Along the route of the Pilgrimage of Trust's Walk of Trust on May 28, people came out of their homes and churches to greet one another in expressions of trust and solidarity — gestures that feel uncommon today.
Not far to the west, a 32-foot high stone memorial to the Confederacy dedicated in 1914 inside Forest Park has become a flashpoint of disagreement whether it's a historical marker that shouldn't be moved, or a nod to slavery and an affront to race relations in St. Louis.
No matter the wounds of the past, St. Louis is better than this, as the Pilgrimage of Trust demonstrated.
The whole purpose of the pilgrimage was to get participants to look at their own attitudes about racial issues and in a more general way, the differences we have with others. We move further apart when we fail to seek understanding and common ground. Knee-jerk reactions to hot-flash topics favor no one. More can be accomplished with kindness of heart than brutal confrontation.
Once we recognize and work on our own attitudes, we must work toward bringing people from different backgrounds together.
The Pilgrimage of Trust was launched more than 35 years ago by Taizé's founder, Brother Roger, in order to foster trust among people through living and praying together, discussing and discovering common ground. Over the years, it has brought together hundreds of thousands of young adults worldwide.
In inviting the Taizé Community, Archbishop Robert J. Carlson underlined his concern for the urgent need to rebuild relations between different groups in the area, especially after the events in Ferguson following a police-involved shooting. The brothers came back to St. Louis to launch the pilgrimage in late September-early October 2016 through evenings of prayer and reflection throughout the St. Louis area.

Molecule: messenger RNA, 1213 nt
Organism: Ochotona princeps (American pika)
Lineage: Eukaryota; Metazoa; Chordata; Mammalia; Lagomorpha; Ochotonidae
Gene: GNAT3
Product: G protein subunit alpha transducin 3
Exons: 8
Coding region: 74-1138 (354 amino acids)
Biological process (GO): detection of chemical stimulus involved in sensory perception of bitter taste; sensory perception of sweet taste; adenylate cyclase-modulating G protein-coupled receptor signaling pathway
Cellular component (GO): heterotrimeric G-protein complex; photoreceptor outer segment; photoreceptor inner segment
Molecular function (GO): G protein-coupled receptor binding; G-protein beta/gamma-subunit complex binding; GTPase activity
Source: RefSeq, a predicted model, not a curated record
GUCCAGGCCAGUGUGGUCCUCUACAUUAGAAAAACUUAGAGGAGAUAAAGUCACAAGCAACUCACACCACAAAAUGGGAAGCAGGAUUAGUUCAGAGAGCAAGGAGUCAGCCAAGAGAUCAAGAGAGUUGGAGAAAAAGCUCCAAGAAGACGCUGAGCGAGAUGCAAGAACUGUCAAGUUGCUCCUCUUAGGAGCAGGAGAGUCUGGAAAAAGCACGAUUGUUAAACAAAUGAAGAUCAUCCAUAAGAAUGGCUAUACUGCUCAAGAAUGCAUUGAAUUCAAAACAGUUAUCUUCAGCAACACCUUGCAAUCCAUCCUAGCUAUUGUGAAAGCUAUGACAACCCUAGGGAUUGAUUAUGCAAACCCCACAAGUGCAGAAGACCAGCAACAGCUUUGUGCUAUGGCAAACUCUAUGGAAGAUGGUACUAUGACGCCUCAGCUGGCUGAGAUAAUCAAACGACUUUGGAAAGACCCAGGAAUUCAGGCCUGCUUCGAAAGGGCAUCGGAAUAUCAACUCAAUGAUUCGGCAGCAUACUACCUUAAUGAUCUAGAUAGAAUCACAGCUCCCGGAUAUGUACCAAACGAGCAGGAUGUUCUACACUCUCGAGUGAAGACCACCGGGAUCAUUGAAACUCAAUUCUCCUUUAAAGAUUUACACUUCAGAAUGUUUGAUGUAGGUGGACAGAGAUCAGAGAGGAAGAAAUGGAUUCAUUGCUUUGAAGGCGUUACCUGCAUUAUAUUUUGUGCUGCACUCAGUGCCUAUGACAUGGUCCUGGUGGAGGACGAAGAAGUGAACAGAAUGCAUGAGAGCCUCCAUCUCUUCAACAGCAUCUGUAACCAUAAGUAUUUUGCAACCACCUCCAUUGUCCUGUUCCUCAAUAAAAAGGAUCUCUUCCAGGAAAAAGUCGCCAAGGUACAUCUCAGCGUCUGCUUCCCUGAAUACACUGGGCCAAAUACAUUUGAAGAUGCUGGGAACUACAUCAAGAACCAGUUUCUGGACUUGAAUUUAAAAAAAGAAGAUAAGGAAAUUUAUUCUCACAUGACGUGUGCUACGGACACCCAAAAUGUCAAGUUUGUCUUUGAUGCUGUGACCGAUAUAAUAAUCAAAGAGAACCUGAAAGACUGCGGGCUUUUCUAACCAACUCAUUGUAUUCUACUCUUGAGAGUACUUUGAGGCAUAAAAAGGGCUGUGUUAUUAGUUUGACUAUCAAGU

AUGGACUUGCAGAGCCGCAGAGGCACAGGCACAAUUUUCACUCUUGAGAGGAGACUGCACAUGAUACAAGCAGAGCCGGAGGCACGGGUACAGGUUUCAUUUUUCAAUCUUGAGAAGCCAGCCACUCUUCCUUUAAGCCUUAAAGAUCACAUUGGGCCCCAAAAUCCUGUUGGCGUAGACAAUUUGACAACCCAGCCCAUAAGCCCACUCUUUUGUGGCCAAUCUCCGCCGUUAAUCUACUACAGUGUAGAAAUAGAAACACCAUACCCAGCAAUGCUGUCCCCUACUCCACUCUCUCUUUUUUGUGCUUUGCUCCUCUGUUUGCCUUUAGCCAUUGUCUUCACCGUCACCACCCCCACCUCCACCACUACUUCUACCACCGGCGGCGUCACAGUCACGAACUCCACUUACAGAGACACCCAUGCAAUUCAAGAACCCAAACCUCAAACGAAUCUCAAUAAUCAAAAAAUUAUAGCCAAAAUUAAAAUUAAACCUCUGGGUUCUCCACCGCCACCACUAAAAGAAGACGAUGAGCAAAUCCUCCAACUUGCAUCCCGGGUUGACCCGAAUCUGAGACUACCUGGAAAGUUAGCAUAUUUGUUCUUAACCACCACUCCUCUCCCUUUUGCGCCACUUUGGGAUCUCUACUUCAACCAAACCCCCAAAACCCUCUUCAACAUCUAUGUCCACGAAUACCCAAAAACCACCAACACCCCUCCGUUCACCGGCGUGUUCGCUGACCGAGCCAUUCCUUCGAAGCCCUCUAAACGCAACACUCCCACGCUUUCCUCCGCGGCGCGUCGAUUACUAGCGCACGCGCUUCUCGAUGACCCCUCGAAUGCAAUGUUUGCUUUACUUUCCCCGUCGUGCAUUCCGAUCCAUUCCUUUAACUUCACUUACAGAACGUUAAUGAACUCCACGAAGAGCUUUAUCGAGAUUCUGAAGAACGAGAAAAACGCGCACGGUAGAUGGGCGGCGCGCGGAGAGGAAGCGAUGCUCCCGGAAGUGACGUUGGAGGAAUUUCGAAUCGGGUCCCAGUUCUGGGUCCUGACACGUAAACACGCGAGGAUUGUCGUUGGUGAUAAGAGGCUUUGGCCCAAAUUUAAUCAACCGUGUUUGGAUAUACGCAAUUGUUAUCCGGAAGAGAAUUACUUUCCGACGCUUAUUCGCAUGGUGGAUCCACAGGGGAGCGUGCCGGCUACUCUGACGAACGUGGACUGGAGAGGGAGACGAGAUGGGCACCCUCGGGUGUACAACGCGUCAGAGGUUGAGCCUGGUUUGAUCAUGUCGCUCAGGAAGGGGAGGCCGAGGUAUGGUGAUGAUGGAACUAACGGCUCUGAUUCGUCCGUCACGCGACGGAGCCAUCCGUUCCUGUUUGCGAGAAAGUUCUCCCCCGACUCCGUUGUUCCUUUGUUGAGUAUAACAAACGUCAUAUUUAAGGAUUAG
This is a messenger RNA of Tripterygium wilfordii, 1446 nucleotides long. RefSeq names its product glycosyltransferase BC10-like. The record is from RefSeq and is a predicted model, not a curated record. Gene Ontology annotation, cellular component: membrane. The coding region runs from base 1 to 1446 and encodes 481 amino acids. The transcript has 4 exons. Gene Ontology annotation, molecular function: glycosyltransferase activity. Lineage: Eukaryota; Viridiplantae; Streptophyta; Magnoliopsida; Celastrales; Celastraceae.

He asked participants to discover the ways that trust is greater than fear and "reaching out to others without fear." He also spoke about the need to rebuild communities. We must not turn a blind eye to suffering — we cannot take the mentality of human suffering as someone else's "problem."
People often have a fear of going to other parts of the city and meeting people who live different lives. It's time to break away from the usual comforts of our lives to get to know how others live. When we do that, we break down barriers and fears we have about others.
In East St. Louis, Ill., supporters of the East Side Heart and Home Family Center have been rebuilding a community torn by deindustrialization, population decline, racism, poverty, corrupted politics and crime. These supporters come from both sides of the river and from various racial and soci-economic backgrounds.
East Side director Sister Carol Lehmkuhl, OP, said that "the greatest strength and gift that our effort offers our cities is that little by little, we're causing cracks to develop in those walls. And you know what Leonard Cohen says about cracks ... 'that's how the light gets in.'"
We must continue the work of the Taizé Community. Plans are in the works to continue having Taizé services with churches of different Christian denominations. In the meantime, we would benefit from making some of those connections ourselves. Consider visiting a church of a different denomination or cultural background.
Within the Catholic Church are also opportunities to connect with churches that have different cultural backgrounds — African-American, Hispanic, Italian and Vietnamese to name a few. To find specific Mass times and locations, visit www.archstl.org/app/directory/ parishes/events. RELATED ARTICLE(S):